CHICAGO – Let’s face it, life does suck. But what can we do about that? How do we survive? Lookingglass Theatre Company’s latest stage presentation tries to answer those thorny questions through a group of fellow travelers, flung together at a cabin retreat, trying to figure out why (indeed) “Life Sucks.”
Interviews: TV Stars Paul Michael Glaser, Tracey Gold, Pat Priest
CHICAGO – It is always a thrill to revisit the classic TV stars from the past, and there is no better place to do so than at the “Hollywood Celebrities and Memorabilia Show” in Chicago. Paul Michael Glaser (”Starsky and Hutch”), Tracey Gold (”Growing Pains’) and Pat Priest (”The Munsters”) were at the most recent show.
HollywoodChicago.com got the opportunity to interview these TV icons, and photographer Joe Arce captured their images with Exclusive Portraits.
The “Hollywood Celebrities & Memorabilia Show” is being retooled as “The Hollywood Show,” coming to Chicago in March of 2012. This biannual event is where attendees can meet TV and movie stars, plus get pictures and collect autographs. Click here for details about the show.
Paul Michael Glaser, Detective Dave Starsky on “Starsky and Hutch”
Being in one of the most famous cop partnerships in TV history is only one aspect of Paul Michael Glaser. He has authored and published a new fantasy novel, “Chrystallia and the Source of Light,” which is described as about “compassion, kindness, courage, fear, forgiveness…Love!” Glaser began on the Broadway stage, which got him cast as Perchik in the film version of “Fiddler on the Roof’ (1971). After doing TV guest roles and soap operas, he starred opposite David Soul in the popular 1970s TV show “Starsky and Hutch.” He is a film director of note, having helmed “The Running Man” (1987) and “The Cutting Edge” (1992). He continues to do stage work and TV appearances.
Photo credit: Joe Arce of Starstruck Foto for HollywoodChicago.com
HollywoodChicago.com: What was the inspiration for your new book, ‘Chrytallia and the Source of Light,’ and is there any difference between P.M. Glaser the writer, and Paul Michael Glaser the actor?
Paul Michael Glaser: P.M. is just another way to put my name out there as a writer, maybe it sounds like a writer, I don’t know. [laughs] My inspiration for writing the book is basically I was looking for a way to communicate what I’ve learned in the course of my life and what I’ve experienced. The book on a metaphorical level is very much about my journey. It’s also about all of us.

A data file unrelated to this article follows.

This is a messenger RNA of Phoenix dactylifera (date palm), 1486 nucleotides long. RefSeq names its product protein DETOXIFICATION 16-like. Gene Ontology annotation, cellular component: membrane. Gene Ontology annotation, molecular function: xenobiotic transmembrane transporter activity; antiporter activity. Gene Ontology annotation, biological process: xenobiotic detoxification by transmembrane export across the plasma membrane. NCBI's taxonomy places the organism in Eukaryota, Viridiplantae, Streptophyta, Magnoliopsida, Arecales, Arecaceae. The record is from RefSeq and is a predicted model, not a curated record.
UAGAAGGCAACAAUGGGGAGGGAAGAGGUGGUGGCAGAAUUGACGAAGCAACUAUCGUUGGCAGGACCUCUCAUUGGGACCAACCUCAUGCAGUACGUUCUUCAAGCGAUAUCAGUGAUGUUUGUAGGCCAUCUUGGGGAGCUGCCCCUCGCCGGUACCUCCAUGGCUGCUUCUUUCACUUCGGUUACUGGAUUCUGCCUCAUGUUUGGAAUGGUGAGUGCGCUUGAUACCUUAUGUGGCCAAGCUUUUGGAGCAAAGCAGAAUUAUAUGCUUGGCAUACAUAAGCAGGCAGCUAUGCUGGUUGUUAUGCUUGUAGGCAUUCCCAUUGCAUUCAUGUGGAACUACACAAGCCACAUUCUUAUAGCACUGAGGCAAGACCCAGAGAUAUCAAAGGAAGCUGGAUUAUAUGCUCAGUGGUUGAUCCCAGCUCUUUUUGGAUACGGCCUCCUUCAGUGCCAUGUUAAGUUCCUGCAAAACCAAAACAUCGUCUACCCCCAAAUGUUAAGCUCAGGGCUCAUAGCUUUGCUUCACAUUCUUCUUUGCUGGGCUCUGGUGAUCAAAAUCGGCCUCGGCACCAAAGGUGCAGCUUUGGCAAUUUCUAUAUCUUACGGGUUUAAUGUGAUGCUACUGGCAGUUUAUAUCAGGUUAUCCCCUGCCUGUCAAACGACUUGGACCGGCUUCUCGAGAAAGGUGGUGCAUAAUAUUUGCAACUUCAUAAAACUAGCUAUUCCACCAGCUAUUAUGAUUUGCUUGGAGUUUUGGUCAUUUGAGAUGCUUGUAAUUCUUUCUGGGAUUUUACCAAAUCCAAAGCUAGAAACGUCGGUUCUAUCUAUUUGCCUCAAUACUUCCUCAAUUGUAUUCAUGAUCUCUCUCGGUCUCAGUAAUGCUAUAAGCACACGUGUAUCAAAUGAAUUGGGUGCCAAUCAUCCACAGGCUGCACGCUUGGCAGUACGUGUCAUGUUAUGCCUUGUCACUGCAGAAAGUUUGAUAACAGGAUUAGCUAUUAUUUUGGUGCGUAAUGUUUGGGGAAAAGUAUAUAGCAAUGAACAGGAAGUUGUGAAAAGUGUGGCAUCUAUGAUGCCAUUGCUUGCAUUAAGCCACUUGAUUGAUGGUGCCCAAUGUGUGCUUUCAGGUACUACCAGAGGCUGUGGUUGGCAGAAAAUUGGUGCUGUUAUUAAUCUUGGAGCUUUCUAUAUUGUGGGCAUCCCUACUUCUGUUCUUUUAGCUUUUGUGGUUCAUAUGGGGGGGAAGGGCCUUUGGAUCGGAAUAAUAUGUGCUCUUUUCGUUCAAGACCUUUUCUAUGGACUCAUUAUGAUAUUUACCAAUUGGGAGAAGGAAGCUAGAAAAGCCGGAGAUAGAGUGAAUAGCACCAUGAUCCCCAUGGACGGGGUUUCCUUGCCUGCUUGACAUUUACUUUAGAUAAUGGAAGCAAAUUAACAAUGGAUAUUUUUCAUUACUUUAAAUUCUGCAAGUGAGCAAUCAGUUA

On Christmas Eve, a brother and sister find themselves on a magical journey underground in a medieval kingdom, where everybody and everything are made of crystals, in search of the source of light. On another level, it asks about the purpose of fear in our lives.
HollywoodChicago.com: You write on your website about fortune and misfortune. You’ve had extreme tragedy in your life [Glaser’s wife and daughter died of HIV blood transfusion-related illnesses], and you speak of a journey to consciousness. What was the breakthrough for you in this realm and how did it allow you to live your life again after the low point?
Glaser: I was very fortunate, because I found myself exposed to different people and teachers. I reached a point where someone said to me that I had a choice, I could either be the victim or see it as an opportunity to open my heart more and learn to love myself, to have compassion for myself and my powerlessness to help my wife and daughter.
HollywoodChicago.com: Let’s go to the beginning of your career. What Broadway shows were you doing that got you noticed and led you to the audition for the film version of ‘Fiddler on the Roof?’
Glaser: I think I was noticed for Fiddler by the casting director, Lynn Stalmaster, off of a soap opera I was doing. I was doing a soap opera by day and a Broadway show by night. On stage, I was doing ‘Man in the Glass Booth’ and ‘Butterflies Are Free.’
HollywoodChicago.com: What do you remember about director Norman Jewison on the Fiddler set?
Photo credit: Sony Pictures Home Entertainment
Glaser: Norman is a dear, wonderful man, I love Norman. He was a lot of fun. He used to talk about the fact that one of the reasons he got the job, is because people thought he was Jewish due to his name.